As stated previously, the pedals slide all over the floor. This is almost a given with any brand of wheel/pedals you purchase, so I can't count off too much for this, but it does bug me that TM has chosen to make their brake pedal resistance extra-stiff greatly magnifying the problem. I would gladly trade lesser-resistant pedals for not having to constantly rearrange the pedal base with my toes during a race. Additionally, the pedals plug into the wheel component through a Y-junction on the USB cable. For some reason they made this junction about one inch from the wheel rather than from the USB plug, meaning you get to string two cables up to your desk rather than one. Why can't companies realize that cables go under the desk - not on it.
How Does it Work?
The NASCAR Pro Digital 2 doesn't ship with any games, so I tested it on a few of the games I had currently installed on my system. First off was Need for Speed: Porsche Unlimited. Up until now I had been using my Microsoft Sidewinder Precision Racing Wheel with this game and to tell you the truth, I didn't notice any difference in control or handling with this new wheel. The only thing I did notice was the pedals slid around more and my knees kept bumping the clamps. My Microsoft wheel also has six buttons on the wheel whereas the TM wheel only has four, so I had to sacrifice a couple of commands that I had gotten used to.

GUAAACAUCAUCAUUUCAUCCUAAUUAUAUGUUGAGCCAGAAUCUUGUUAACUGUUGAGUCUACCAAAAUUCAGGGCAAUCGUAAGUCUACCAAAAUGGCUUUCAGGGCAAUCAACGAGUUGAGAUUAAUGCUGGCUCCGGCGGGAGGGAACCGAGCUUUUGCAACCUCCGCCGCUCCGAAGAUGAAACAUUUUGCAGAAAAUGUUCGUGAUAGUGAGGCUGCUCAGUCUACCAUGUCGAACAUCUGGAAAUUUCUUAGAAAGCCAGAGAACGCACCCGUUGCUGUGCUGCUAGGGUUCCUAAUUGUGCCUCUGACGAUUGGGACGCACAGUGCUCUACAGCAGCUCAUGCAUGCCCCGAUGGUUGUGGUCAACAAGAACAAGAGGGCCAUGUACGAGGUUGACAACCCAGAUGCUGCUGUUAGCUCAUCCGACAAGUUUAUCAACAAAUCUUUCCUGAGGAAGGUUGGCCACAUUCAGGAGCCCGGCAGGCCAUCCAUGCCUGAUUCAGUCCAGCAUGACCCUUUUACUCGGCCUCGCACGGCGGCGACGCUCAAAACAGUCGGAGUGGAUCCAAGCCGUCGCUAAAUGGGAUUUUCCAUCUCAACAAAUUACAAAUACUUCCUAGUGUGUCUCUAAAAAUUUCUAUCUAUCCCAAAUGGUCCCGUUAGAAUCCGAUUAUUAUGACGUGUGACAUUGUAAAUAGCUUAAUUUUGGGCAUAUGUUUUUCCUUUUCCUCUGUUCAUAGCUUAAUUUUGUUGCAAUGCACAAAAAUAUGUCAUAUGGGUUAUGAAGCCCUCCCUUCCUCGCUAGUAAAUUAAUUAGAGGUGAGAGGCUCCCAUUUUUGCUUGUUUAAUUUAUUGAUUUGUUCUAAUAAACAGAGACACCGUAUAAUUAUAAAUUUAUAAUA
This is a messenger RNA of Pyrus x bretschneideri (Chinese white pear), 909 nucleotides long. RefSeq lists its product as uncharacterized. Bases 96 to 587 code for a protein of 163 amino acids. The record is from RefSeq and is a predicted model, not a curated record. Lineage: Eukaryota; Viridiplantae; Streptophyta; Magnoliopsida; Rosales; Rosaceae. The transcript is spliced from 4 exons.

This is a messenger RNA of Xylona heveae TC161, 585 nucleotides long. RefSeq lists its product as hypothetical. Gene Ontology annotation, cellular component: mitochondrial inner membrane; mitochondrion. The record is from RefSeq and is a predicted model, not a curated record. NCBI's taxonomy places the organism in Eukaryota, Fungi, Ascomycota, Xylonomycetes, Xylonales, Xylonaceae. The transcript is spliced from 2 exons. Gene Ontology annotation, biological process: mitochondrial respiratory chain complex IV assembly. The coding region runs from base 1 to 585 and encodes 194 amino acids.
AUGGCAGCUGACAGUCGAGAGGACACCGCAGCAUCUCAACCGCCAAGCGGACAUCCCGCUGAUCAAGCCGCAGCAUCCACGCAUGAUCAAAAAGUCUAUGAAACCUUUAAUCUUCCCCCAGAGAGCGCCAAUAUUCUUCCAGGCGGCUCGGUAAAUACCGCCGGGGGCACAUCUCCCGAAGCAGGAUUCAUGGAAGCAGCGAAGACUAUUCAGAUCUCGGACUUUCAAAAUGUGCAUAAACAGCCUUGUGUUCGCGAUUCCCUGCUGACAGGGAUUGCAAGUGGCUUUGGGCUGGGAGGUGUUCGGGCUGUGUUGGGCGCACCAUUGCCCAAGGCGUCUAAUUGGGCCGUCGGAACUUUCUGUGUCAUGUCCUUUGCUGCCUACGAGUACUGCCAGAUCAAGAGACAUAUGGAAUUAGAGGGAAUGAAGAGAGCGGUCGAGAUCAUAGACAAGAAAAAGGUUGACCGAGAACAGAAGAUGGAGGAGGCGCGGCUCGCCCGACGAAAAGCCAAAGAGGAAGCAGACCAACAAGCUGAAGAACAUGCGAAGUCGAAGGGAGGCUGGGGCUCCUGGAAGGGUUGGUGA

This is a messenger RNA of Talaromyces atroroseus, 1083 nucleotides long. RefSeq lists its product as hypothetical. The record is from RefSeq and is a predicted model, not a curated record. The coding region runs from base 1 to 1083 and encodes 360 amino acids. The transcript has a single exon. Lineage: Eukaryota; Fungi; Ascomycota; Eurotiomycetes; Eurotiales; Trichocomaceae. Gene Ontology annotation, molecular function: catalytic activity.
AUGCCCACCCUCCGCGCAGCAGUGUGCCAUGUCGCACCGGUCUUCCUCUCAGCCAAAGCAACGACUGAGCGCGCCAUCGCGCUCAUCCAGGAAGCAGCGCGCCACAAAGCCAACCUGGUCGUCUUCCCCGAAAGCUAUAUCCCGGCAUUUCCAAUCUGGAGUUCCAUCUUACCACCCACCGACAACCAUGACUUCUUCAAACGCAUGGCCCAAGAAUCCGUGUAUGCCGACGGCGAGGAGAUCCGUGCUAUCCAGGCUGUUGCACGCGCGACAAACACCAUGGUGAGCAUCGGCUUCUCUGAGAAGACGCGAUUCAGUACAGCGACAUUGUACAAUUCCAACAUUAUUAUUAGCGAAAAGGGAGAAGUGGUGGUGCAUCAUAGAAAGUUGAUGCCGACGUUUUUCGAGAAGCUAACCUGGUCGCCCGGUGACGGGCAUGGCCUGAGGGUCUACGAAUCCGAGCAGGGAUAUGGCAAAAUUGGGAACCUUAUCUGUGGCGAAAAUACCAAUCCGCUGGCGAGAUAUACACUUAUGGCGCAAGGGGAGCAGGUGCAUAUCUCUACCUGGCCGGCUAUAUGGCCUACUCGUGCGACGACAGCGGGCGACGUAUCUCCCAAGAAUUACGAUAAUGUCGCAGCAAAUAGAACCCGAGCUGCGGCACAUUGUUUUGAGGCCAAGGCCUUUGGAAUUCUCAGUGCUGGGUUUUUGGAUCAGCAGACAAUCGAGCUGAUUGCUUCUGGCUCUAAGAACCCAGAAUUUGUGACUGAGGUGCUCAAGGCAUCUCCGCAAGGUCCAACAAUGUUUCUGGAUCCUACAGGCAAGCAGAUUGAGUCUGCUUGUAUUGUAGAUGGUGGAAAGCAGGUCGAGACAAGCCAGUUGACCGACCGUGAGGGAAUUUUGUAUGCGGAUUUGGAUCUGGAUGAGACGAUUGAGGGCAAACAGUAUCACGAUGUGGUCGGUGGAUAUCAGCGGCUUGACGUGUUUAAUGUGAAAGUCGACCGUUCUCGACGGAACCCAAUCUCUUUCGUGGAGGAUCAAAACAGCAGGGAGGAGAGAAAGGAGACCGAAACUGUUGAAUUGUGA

Grand Prix Legends, perhaps the benchmark program of any true racing fanatic was next. The sloppy feel of the stick shift had me shifting at improper times, so I was forced to use the paddles to accurately shift. The extra precision of the 10-bit wheel was actually noticeable on this title and greatly improved my control over these cars.
Finally I loaded up Midtown Madness 2 which is a pure arcade racer. This game is not very demanding on any wheel you may use and could probably just as easily be played with a game pad. The NASCAR Pro Digital 2 worked flawlessly with this title and the convenient four buttons on the wheel hub made accessing my special commands simple, but no more than the Microsoft wheel, which offers two additional buttons on the hub.
You can find the ThrustMaster NASCAR Pro Digital 2 for anywhere from $50-70 in stores or on the Internet this November, but I would have a hard time recommending this wheel to anyone. There are just so many better wheels with better designs out there for the same money or less. ThrustMaster hasn't really given you anything new here. They've given their old hardware a facelift and while it looks nice there just isn't anything here worth buying. Sure the 10-bit steering is nice, but hardly noticable on anything other than the most demanding racing titles. Even on wheels where this one comes close to competing, the awkward clamping system, sloppy shifter, and stiff brake pedal are reason enough to steer clear of this controller.